• Ebbing inflation reduces firms’ ability to boost prices
  • Wall Street sees revenue growth slowing for the sector

While US consumers may be feeling a measure of relief as inflation cools, investors in the shares of consumer-goods makers aren’t quite as calm.

That’s because ebbing inflation gives companies like Procter & Gamble Co. and Kimberly-Clark Corp. less justification to boost prices on their products, weighing on sales growth and threatening the outlook for profits. It’s a worrisome prospect for the sector’s stocks, which are coming off their worst annual performance relative to the broader market in more than 20 years and are trailing again in 2024.

Wall Street is responding to the sales trend by tempering expectations for revenue growth. Analysts project fourth-quarter results for S&P 500 consumer staples companies will show sales rising 2.8% from a year earlier, the weakest since 2020, and then decelerate overall in 2024, data compiled by Bloomberg Intelligence show.

The bleak backdrop, which also is the result of competition from cheaper brands, explains why Dan Eye, chief investment officer at Fort Pitt Capital Group, reduced holdings of Kimberly-Clark late last year. The move shifted the money manager to underweight on consumer staples stocks.

“It’s just not an area we’re extremely excited about given the muted top-line growth prospects for the group,” said Eye, whose firm manages about $5 billion. “A lot of the companies that we keep an eye on, it does look like they’re seeing some competitive pressure from private-label brands, and we’re expecting to see many of them have to give back maybe some of these aggressive price hikes now that their costs are starting to cool off.”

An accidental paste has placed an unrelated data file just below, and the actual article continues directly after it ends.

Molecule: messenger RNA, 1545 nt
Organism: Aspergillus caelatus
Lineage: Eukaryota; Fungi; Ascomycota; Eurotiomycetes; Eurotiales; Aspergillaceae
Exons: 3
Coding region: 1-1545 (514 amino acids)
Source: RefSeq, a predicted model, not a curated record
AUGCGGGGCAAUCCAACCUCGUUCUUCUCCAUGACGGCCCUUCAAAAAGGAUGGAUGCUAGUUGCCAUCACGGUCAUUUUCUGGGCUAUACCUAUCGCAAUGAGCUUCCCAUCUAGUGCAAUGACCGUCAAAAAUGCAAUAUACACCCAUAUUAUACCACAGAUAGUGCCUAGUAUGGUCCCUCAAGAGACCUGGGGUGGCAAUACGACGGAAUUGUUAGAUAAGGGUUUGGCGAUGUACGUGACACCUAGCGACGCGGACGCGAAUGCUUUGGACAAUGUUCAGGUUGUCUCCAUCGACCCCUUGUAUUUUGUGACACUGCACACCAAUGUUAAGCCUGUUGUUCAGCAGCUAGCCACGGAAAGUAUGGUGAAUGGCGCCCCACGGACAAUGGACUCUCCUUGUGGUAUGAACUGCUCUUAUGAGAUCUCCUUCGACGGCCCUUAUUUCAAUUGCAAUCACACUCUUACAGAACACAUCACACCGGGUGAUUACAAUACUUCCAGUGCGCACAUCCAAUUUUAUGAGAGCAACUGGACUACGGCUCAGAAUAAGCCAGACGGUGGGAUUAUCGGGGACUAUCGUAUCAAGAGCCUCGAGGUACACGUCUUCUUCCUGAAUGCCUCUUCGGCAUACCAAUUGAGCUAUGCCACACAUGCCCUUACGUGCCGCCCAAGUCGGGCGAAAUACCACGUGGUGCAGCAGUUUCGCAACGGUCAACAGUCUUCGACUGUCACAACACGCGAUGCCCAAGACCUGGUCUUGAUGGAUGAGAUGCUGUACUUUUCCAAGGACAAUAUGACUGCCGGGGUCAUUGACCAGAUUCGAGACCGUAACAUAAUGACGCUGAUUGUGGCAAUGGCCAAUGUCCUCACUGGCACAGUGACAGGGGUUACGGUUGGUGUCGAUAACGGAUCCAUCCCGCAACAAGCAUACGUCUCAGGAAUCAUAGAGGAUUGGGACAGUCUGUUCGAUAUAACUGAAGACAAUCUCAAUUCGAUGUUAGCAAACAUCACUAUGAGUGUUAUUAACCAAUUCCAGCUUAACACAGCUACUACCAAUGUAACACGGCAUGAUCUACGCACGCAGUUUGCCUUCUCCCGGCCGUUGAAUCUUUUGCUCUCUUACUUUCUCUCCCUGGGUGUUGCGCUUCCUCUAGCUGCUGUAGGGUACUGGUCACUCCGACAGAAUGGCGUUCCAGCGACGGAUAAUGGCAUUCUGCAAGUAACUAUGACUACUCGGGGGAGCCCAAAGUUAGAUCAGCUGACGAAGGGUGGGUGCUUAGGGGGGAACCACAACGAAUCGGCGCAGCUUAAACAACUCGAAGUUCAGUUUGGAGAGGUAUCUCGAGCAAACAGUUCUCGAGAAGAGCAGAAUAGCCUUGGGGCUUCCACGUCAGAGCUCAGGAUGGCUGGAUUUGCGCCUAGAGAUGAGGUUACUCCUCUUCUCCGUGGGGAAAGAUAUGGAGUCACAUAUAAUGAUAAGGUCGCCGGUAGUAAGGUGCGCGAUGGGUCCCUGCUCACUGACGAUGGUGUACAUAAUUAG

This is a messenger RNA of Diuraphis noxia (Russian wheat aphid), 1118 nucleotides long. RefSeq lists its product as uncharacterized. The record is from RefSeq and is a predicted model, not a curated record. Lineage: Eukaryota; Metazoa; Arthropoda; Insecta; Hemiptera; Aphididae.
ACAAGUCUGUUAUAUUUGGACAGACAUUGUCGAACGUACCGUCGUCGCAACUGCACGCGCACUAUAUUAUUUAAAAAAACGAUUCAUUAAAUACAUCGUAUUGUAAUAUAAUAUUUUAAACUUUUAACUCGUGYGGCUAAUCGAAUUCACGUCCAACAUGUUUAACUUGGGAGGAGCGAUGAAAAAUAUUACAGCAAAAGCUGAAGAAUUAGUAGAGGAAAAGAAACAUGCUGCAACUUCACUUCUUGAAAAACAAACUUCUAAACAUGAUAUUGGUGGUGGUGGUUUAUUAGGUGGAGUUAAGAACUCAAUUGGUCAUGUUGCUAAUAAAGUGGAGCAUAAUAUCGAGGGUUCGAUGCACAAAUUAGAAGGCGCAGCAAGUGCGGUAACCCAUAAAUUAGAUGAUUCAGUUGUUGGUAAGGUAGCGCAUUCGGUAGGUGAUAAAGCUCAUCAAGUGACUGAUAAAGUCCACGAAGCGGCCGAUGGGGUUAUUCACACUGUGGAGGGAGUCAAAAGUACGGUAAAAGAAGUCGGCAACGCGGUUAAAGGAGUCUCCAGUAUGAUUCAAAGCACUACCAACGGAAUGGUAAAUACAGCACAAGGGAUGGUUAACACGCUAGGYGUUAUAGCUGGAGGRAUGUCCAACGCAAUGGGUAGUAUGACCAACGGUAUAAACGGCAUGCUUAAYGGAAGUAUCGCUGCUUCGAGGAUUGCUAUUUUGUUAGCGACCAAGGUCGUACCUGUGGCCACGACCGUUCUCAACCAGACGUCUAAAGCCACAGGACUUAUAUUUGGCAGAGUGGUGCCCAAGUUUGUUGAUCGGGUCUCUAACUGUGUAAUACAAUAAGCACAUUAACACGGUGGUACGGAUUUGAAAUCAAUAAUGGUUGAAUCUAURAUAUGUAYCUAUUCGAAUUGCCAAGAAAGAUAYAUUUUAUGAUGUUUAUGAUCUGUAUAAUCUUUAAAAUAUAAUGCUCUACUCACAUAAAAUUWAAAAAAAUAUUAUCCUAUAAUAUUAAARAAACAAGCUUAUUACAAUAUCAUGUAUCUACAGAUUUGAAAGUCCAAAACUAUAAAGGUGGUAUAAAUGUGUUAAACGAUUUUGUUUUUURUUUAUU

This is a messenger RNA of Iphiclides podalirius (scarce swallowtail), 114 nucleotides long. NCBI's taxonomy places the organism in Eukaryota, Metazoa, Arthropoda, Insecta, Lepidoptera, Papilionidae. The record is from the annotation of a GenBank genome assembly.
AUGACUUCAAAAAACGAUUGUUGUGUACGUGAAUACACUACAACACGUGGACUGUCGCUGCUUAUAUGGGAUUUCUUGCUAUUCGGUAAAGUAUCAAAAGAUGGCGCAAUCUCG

Warning Sign

P&G, the maker of Pampers and Bounty paper towels and a sector bellwether, kicked off earnings for the group Tuesday, reporting quarterly sales that trailed expectations for the first time since early 2020. The results also showed the silver lining from cooling inflation: Lower commodity prices helped its bottom line and fed into an improved profit outlook, boosting shares.

Bernstein analyst Callum Elliott said he was surprised investors seemed to look past P&G’s disappointing revenue, which he sees as a warning sign for the sector.

Results on Wednesday from Kimberly-Clark did little to ease such concerns. The maker of Huggies and Kleenex reported fourth-quarter sales and adjusted earnings per share that trailed the average analyst estimates.

After a couple of years in which consumer goods producers passed higher costs on to shoppers and reaped fatter profits as a result, Wall Street is bracing for a new dynamic.

Analysts expect this reporting period will be the fifth and final quarter in which the consumer staples group sees earnings growth outpace the rest of the S&P 500, with the sector likely turning into a laggard in 2024, according to BI equity strategists Michael Casper and Gina Martin Adams.

“Unless defensive sentiment makes a comeback, it might be difficult for investors to get excited about staples as a result,” they wrote in a research note last week.

Flip Side

To be sure, there’s a camp that likes the stocks after last year’s steep underperformance, and sees slower price hikes boosting the volume of products sold. That’s the view of David Bahnsen, chief investment officer at The Bahnsen Group, who owns companies including P&G, Clorox Co., and PepsiCo Inc.

On the plus side, the American shopper is looking resilient. Personal spending rose at a stronger-than-forecast 2.8% rate in the fourth quarter, government data showed Thursday, and many economists anticipate consumers can keep driving economic growth in 2024.

At Janus Henderson Investors, research analyst Josh Cummings looks at that mixed landscape and draws distinctions within the sector.

He’s cautious on packaged-food companies, saying they especially have relied on price increases to support sales in recent years.

But he says beverage companies have generally been less aggressive in lifting prices. He highlighted Constellation Brands Inc. as a holding, touting the Modelo maker’s market-share gains.

“In a mature industry like staples, it’s not that easy to grow units, so you really need to focus on market share,” he said.

Looking ahead for the sector, Colgate-Palmolive Co. reports Friday, followed by companies including Clorox next week.

Written by:  and  @Bloomberg

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